Press Digest: Is U.S. decision to keep troops in Afghanistan related to Russia?

U.S. marines fire during a Taliban ambush as they carry out an operation to clear an area in Helmand province, October 9, 2009. Source: Reuters

U.S. marines fire during a Taliban ambush as they carry out an operation to clear an area in Helmand province, October 9, 2009. Source: Reuters

RBTH presents a selection of views from leading Russian media on international events, featuring reports on U.S. President Barack Obama’s decision not to postpone the withdrawal of American troops from Afghanistan, Ukrainian Prime Minister Arseniy Yatsenyuk’s threat to file a lawsuit against Russia for its actions in Ukraine, and the problems ISIS control over Syrian oil is causing Russia.

U.S. is staying in Afghanistan because of Russia 

The online newspaper Vzglyad writes that U.S. President Barack Obama, breaking his election promise, has officially announced that he has changed his mind about withdrawing troops from Afghanistan.

"The situation in Afghanistan is fragile, there is the risk of deterioration. This mission corresponds to the vitally important interests of our national security," explained the American president. Obama did not rule out that the U.S. would leave its troops in Afghanistan for an indefinite term. Russian observers believe this is related to Russia's actions in Syria.

"The U.S. is afraid of losing its influence in Afghanistan. They seriously fear that this vacuum would be filled. Russia is establishing good relations in the region with India and Iran, which also want to have an impact on the situation in Afghanistan. Certainly this triangle is not anti-American, but it is not American," said Alexander Perendzhiev, an expert at the Association of Military Political Analysts and professor of political science and sociology at the Plekhanov Russian University of Economics.

"Some time ago the U.S. had the image of a leading country in the fight against terrorism. If it now withdraws its troops from Afghanistan, then all the projects concerning the fight against terrorism will fall apart," he said.


Yatsenyuk threatens legal action against Russia over Crimea and Donbass

The Svobodnaya Pressa publication reports that Ukrainian Prime Minister Arseniy Yatsenyuk has once again raised the issue of Ukraine's 3-billion-euro debt to Russia.

Yatsenyuk essentially made Moscow an ultimatum: "If Russia thinks it is normal, then we invite them on October 29 to assume the conditions that all of Ukraine's creditors have taken," he said in a briefing in Kiev on Oct. 15.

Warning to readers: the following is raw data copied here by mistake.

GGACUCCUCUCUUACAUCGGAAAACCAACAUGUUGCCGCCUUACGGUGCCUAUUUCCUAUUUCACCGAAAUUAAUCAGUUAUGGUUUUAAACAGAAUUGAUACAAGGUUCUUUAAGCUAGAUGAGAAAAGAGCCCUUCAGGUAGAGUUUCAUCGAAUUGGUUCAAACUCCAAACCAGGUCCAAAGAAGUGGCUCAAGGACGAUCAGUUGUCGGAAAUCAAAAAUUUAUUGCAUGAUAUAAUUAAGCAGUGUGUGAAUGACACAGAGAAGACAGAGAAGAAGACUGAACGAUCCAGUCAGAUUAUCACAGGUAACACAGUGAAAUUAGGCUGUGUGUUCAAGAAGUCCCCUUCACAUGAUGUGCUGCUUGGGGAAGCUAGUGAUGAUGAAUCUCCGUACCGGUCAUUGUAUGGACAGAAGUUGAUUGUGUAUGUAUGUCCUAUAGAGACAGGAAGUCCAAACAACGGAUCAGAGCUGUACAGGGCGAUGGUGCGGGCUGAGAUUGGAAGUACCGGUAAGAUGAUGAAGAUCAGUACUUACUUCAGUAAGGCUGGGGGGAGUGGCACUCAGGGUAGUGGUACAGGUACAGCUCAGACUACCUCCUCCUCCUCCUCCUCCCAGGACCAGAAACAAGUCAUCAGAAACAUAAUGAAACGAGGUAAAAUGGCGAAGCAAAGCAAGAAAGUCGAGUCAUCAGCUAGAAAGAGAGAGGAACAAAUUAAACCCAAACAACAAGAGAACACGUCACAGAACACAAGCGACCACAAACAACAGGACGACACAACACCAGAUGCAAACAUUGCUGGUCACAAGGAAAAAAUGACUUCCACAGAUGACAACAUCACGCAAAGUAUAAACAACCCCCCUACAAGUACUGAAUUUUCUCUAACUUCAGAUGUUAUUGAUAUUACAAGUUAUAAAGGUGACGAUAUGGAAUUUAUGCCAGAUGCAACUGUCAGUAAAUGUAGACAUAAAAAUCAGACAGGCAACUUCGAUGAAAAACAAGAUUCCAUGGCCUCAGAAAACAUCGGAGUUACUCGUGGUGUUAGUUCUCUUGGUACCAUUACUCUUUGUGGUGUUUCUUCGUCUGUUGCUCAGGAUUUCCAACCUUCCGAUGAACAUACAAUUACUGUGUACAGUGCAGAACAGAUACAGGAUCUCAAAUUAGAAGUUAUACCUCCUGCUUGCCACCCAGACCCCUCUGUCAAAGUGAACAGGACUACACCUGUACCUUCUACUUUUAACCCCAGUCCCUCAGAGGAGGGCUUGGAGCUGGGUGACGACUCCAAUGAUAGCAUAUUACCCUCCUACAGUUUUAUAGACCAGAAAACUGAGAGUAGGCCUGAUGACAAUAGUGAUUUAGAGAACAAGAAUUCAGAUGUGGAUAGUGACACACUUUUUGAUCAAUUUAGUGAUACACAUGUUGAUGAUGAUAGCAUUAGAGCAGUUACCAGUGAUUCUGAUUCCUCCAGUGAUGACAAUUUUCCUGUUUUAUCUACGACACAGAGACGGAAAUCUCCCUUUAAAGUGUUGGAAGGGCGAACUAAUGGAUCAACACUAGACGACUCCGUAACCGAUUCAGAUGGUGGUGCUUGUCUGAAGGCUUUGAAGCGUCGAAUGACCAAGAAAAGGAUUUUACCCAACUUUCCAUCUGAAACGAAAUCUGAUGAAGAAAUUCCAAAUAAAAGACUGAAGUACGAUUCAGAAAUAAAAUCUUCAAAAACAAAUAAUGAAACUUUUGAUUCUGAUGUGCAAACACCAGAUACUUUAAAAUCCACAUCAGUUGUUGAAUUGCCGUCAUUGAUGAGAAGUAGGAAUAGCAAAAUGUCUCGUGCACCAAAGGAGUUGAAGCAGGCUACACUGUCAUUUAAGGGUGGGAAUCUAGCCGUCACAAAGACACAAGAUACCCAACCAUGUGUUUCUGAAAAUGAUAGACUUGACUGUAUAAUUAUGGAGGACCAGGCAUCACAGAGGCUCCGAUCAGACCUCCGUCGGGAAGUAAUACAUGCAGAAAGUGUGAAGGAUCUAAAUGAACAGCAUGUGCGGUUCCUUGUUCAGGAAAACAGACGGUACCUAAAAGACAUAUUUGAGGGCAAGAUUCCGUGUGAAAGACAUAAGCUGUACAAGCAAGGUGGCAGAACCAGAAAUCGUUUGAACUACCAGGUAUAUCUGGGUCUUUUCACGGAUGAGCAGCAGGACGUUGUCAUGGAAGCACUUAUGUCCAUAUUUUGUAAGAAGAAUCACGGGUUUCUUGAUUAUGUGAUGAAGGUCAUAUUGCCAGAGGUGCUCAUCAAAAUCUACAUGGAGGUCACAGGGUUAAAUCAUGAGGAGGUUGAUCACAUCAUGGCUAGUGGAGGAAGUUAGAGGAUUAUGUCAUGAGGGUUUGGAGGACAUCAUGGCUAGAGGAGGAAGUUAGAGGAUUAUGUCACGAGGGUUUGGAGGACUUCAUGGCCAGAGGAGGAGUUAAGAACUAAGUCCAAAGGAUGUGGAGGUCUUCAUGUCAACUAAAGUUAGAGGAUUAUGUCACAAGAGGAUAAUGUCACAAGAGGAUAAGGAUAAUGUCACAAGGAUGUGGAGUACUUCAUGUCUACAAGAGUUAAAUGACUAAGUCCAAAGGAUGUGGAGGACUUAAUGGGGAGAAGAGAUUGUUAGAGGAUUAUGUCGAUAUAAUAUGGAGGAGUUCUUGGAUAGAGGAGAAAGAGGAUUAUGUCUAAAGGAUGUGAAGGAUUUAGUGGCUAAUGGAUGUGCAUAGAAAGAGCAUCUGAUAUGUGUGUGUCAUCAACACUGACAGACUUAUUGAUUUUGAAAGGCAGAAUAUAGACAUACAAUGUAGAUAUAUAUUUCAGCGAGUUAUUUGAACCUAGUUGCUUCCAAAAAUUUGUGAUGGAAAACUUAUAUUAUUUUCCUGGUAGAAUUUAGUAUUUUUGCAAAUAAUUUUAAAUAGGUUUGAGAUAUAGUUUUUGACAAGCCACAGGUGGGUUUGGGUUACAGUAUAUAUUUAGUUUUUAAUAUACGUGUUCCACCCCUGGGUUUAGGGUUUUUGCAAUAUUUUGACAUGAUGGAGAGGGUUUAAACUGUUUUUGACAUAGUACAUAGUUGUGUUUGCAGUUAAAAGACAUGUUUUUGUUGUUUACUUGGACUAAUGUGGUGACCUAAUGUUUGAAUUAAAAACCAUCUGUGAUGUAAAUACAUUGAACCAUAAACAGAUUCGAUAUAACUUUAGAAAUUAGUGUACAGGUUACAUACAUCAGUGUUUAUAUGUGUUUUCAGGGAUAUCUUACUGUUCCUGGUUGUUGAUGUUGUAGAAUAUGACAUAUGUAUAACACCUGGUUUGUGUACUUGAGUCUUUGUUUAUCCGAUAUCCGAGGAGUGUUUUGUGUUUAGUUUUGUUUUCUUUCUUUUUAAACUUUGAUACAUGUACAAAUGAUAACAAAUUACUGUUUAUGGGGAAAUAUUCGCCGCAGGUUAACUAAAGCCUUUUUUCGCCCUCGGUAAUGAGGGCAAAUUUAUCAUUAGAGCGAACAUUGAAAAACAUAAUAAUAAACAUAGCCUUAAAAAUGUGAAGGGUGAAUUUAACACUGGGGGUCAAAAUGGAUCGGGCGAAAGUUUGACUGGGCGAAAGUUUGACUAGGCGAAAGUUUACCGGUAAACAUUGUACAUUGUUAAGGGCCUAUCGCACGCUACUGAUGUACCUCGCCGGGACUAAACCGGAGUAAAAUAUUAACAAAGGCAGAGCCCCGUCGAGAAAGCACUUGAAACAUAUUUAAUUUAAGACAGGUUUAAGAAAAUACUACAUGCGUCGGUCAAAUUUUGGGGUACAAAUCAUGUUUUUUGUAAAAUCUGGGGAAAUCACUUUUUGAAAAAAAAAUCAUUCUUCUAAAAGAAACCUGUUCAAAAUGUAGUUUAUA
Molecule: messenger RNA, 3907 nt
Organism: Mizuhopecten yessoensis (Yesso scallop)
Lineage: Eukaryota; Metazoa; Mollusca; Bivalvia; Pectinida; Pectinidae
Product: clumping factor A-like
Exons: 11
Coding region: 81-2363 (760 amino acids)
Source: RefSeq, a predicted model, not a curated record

If Russia, according to Yatsenyuk, considers itself "unique," then it will become victims of a "legal war,” plus a 3-trillion-hryvnia ($47 billion) lawsuit for its actions in Crimea and the Donbass.

"I would agree that Russia is now faced with a choice: write off a part of its debt or face a "legal war," said Mikhail Remizov, President of the Institute of National Strategy.

"The IMF is also faced with a choice. Either it violates its own law and continues giving Ukraine credit or it abides by its principles and stops giving Kiev money. And then Ukraine will return to the position that it must recognize the debt and pay it off. That is why it is necessary here to accept the juridical confrontation."


ISIS control over Syrian hydrocarbons is hurting Russia

The centrist newspaper Nezavisimaya Gazeta writes that after the U.S. refused to meet a Russian delegation there will clearly be no contacts on the fight against Islamic State (ISIS), except, possibly, the signing of a document on safe flights over Syria. Also, according to a military-diplomatic source, "there will be no division of the sky over Syria.”

"The Russian air force is conducting military missions there that are coordinated with the Syrian General Staff and the country's military-political administration," said the source, indicating that Damascus is the only legitimate body that has the right to determine Syria's military plans.

Military expert Lieutenant General Yury Netkachev remarks that Syrian opposition forces, which are supported by the U.S., as well as ISIS militants, have seized almost all of Syria's hydrocarbon deposits, whose pipelines stretch to oil refineries in the western part of the country, in zones still controlled by government forces.

"The mass media talked about [Syrian leader Bashar al-] Assad having already been forced to buy dumping oil from the Mujahedeen [Islamic fighters]. This oil is sold cheaply on world markets, driving down hydrocarbon prices. And this is very beneficial for the Americans because it does significant economic damage to Russia, which, unfortunately, is still dependent on oil," said Netkachev.

The lieutenant general pointed to the information circulating in the mass media about America's special operations in Syria. The media says that U.S. special forces are fighting in the rear and that their "aim is not military objects and not the ISIS supply system, but political centers that issue all types of information in all types of media."

In the province of Deir ez-Zor, U.S. special forces have killed one of the heads of the militants, who was selling dumped oil. His wife was taken prisoner and documents on the sales were seized.

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